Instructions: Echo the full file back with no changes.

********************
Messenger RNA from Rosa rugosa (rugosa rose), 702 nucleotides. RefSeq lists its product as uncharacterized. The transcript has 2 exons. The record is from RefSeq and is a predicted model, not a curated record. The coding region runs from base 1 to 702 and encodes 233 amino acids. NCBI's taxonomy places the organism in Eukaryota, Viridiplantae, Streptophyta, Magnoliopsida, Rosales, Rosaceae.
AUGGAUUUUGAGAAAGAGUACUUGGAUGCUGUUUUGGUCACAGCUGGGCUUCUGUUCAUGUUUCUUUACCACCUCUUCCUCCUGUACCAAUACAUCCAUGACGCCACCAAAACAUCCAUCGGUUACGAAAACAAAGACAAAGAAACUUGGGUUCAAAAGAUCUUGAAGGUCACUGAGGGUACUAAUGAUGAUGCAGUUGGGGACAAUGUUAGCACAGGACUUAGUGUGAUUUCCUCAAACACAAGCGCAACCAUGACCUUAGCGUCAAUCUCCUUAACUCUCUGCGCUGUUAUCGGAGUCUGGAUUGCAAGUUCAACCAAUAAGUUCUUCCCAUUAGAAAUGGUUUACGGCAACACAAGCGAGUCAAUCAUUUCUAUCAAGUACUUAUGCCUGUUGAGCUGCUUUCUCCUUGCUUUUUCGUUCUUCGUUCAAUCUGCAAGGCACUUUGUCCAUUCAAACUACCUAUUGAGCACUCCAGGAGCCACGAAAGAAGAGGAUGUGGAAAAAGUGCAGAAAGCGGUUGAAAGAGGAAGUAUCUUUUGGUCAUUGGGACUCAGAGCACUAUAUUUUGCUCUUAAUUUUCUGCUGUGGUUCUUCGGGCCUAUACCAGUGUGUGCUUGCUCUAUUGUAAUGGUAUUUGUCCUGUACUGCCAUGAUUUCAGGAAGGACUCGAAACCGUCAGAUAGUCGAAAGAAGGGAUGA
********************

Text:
Messenger RNA from Rosa rugosa (rugosa rose), 702 nucleotides. RefSeq lists its product as uncharacterized. The transcript has 2 exons. The record is from RefSeq and is a predicted model, not a curated record. The coding region runs from base 1 to 702 and encodes 233 amino acids. NCBI's taxonomy places the organism in Eukaryota, Viridiplantae, Streptophyta, Magnoliopsida, Rosales, Rosaceae.
AUGGAUUUUGAGAAAGAGUACUUGGAUGCUGUUUUGGUCACAGCUGGGCUUCUGUUCAUGUUUCUUUACCACCUCUUCCUCCUGUACCAAUACAUCCAUGACGCCACCAAAACAUCCAUCGGUUACGAAAACAAAGACAAAGAAACUUGGGUUCAAAAGAUCUUGAAGGUCACUGAGGGUACUAAUGAUGAUGCAGUUGGGGACAAUGUUAGCACAGGACUUAGUGUGAUUUCCUCAAACACAAGCGCAACCAUGACCUUAGCGUCAAUCUCCUUAACUCUCUGCGCUGUUAUCGGAGUCUGGAUUGCAAGUUCAACCAAUAAGUUCUUCCCAUUAGAAAUGGUUUACGGCAACACAAGCGAGUCAAUCAUUUCUAUCAAGUACUUAUGCCUGUUGAGCUGCUUUCUCCUUGCUUUUUCGUUCUUCGUUCAAUCUGCAAGGCACUUUGUCCAUUCAAACUACCUAUUGAGCACUCCAGGAGCCACGAAAGAAGAGGAUGUGGAAAAAGUGCAGAAAGCGGUUGAAAGAGGAAGUAUCUUUUGGUCAUUGGGACUCAGAGCACUAUAUUUUGCUCUUAAUUUUCUGCUGUGGUUCUUCGGGCCUAUACCAGUGUGUGCUUGCUCUAUUGUAAUGGUAUUUGUCCUGUACUGCCAUGAUUUCAGGAAGGACUCGAAACCGUCAGAUAGUCGAAAGAAGGGAUGA